It isn't that American university degrees aren't completely suspect. The majority of graduates from our universities are actually fairly bright individuals. The problem is that there the three ways to get a degree are to either be rich and donate a lot of money, bring fame to the school in some way, or genuinely be intelligent. The first two ways only really comprise a small fraction, the only problem is that they generate an inversely greater amount of attention. This is mostly what lends to the American universities are bullshit attitude that we see thrown around most of the time.

Now I'm not saying that famous people and rich people are inherently stupid, but their actual intelligence usually doesn't factor into their acceptance most of the time.

Re:Robin Williams (2, Informative)

Hognoxious (631665) | about 5 years ago | (#29338973)

I don't think it's that. University covers quite a broad range of quality - some of them are a very long way from Harvard or MIT.

[cue argument about whether Yale and Berkely are better...]

Re:Robin Williams (1)

YrWrstNtmr (564987) | about 5 years ago | (#29338767)

If she is capable of a degree in an American university what value is there in an American degree?

She's there for the 'Mrs' degree.

Re:Robin Williams (4, Funny)

Atrox666 (957601) | about 5 years ago | (#29339125)

Do you not think that poor girl got hit in the face with a lot of dick before she got that far?
The poor girl might have been concussed by that point.

Re:Robin Williams (1, Funny)

Anonymous Coward | about 5 years ago | (#29338511)

Sigh.

It never takes long for the drunken comments to surface.

Re:Robin Williams (0)

Anonymous Coward | about 5 years ago | (#29338757)

"Sigh. It never takes long for the drunken comments to surface." he said, while sipping his Guiness and doing a riverdance with a leprechaun.

The real reason could be.. (-1, Offtopic)

Anonymous Coward | about 5 years ago | (#29338085)

Santa Claus missed a red light ?

no telescope (3, Interesting)

backslashdot (95548) | about 5 years ago | (#29338107)

Too bad the Leviathan of Parsonstown is not in operation and they let it rot, maybe they'd have been able to track it properly.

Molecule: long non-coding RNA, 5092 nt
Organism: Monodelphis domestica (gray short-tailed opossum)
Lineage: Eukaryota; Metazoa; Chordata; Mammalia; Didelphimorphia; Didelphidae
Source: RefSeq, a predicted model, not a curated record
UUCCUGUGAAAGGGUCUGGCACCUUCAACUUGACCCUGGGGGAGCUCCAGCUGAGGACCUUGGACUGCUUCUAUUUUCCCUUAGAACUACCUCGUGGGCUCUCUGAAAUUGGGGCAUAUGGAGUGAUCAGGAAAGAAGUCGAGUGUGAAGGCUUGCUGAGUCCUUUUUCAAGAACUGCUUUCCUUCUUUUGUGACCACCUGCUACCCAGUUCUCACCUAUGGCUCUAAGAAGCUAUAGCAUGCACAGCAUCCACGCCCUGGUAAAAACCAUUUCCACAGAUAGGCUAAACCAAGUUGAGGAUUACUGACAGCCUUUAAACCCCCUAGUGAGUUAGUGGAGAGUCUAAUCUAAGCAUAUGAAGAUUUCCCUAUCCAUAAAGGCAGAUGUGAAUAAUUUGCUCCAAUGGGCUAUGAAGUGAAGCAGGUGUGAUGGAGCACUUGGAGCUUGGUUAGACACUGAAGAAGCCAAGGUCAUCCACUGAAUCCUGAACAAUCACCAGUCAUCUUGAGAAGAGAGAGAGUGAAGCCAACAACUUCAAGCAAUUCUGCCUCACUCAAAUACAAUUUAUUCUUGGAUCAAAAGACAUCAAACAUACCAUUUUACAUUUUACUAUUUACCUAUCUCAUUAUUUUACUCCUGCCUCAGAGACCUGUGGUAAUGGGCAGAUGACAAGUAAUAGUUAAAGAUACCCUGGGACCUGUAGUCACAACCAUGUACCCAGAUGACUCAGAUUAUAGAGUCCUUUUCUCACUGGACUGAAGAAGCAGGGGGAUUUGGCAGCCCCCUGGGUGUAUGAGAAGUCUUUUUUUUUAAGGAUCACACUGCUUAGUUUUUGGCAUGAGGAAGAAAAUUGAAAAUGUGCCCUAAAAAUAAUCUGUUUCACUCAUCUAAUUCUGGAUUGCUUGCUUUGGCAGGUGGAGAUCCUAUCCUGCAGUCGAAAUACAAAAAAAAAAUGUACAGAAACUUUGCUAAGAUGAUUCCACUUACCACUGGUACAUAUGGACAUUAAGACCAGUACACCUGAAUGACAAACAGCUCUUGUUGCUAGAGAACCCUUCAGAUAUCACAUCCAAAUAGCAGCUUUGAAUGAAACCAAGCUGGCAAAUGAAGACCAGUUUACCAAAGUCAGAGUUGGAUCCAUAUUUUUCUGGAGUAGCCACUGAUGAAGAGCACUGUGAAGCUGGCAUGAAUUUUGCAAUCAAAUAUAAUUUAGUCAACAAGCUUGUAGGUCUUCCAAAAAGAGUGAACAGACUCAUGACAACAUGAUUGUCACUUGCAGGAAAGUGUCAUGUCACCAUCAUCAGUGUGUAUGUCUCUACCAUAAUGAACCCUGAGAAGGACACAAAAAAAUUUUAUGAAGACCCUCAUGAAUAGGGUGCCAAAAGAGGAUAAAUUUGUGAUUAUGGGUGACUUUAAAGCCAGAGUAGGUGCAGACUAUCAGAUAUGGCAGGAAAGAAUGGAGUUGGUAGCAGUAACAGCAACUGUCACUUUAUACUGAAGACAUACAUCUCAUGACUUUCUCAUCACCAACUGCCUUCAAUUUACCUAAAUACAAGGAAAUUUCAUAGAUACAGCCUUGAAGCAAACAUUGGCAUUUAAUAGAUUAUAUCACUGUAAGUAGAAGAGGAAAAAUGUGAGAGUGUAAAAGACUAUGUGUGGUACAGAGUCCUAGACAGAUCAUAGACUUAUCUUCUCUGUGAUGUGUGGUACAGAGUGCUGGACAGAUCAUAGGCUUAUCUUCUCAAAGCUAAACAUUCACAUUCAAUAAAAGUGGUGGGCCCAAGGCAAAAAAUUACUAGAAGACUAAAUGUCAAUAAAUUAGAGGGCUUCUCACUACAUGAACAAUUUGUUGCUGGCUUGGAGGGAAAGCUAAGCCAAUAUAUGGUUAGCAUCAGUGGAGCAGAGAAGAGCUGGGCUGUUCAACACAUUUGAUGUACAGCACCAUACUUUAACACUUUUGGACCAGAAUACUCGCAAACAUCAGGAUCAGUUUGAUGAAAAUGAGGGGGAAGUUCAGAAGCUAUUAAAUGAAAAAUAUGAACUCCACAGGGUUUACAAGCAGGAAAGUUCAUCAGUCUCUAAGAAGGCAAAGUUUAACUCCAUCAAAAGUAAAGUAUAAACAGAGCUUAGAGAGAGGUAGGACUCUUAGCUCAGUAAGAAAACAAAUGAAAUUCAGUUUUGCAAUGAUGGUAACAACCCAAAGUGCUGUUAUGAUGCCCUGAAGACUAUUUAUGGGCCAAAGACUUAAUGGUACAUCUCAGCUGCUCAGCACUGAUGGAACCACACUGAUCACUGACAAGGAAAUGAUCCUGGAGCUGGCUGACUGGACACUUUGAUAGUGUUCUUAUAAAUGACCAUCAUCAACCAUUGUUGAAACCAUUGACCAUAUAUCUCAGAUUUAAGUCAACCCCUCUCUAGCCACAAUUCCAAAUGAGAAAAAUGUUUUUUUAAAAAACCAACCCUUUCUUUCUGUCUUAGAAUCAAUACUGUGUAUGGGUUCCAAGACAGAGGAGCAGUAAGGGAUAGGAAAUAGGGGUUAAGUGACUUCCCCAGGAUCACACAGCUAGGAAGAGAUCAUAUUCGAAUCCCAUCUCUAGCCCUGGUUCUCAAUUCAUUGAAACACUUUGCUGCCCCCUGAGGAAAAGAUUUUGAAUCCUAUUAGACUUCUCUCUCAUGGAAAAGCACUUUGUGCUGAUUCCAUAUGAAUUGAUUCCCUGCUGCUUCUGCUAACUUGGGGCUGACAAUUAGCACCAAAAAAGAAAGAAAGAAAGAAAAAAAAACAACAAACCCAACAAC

http://en.wikipedia.org/wiki/Leviathan_of_Parsonstown [wikipedia.org]

Re:no telescope (1, Informative)

Anonymous Coward | about 5 years ago | (#29338269)

Duh when quoting a wikipedia article you could at least read the entire piece . . . "It has since been reassembled as a tourist attraction"

Re:no telescope (1, Interesting)

Anonymous Coward | about 5 years ago | (#29338541)

Because of the castled walls on either side, it looks a bit like a giant catapult and relies on the earth for much of its Azimuth range of motion. Given the cloudy skies and its limited pointing ability, it wouldn't make a good comet or asteroid scope, but it's owner did discover the spiral nature of galaxies through it and it is by far the biggest telescope I've peered through with my own eyes (during a star party in 2001). I've no idea what dim starfield I was gazing at but I suspect it was far beyond the reach of any amateur scope I've had access to.

Afterburners (-1, Offtopic)

Anonymous Coward | about 5 years ago | (#29338119)

It is probably just a fighter jet kicking in the afterburners. I remember after 9/11 occurred here in the U.S. we heard these very loud explosive booms in the suburbs and at first people thought they were terrorist attacks but it turned out they were just fighter jets. Normally, fighter jets aren't allowed to do that over populated areas for obvious reasons, unless there's a serious emergency, e.g. a 9/11 event. Probably, a pilot just did it for fun over Ireland. Unless there was some sort of event they're not telling us about, like a neighboring country's pilot passed into their territory and had to be caught up with and escorted out of the country. Who knows really. In any event it probably wasn't anything too mysterious.

Re:Afterburners (1)

MichaelSmith (789609) | about 5 years ago | (#29338487)

The problem with firing the afterburners over Ireland is finding the country again afterwards.

It's a Texas Band! (1, Funny)

Anonymous Coward | about 5 years ago | (#29338141)

http://en.wikipedia.org/wiki/Explosions_in_the_Sky

False alarm ... (3, Funny)

Anonymous Coward | about 5 years ago | (#29338191)

... it was just my iPod exploding. Again.

Re:False alarm ... (1)

johnsie (1158363) | about 5 years ago | (#29339185)

lol

sif (-1, Offtopic)

specific_pacific (904746) | about 5 years ago | (#29338289)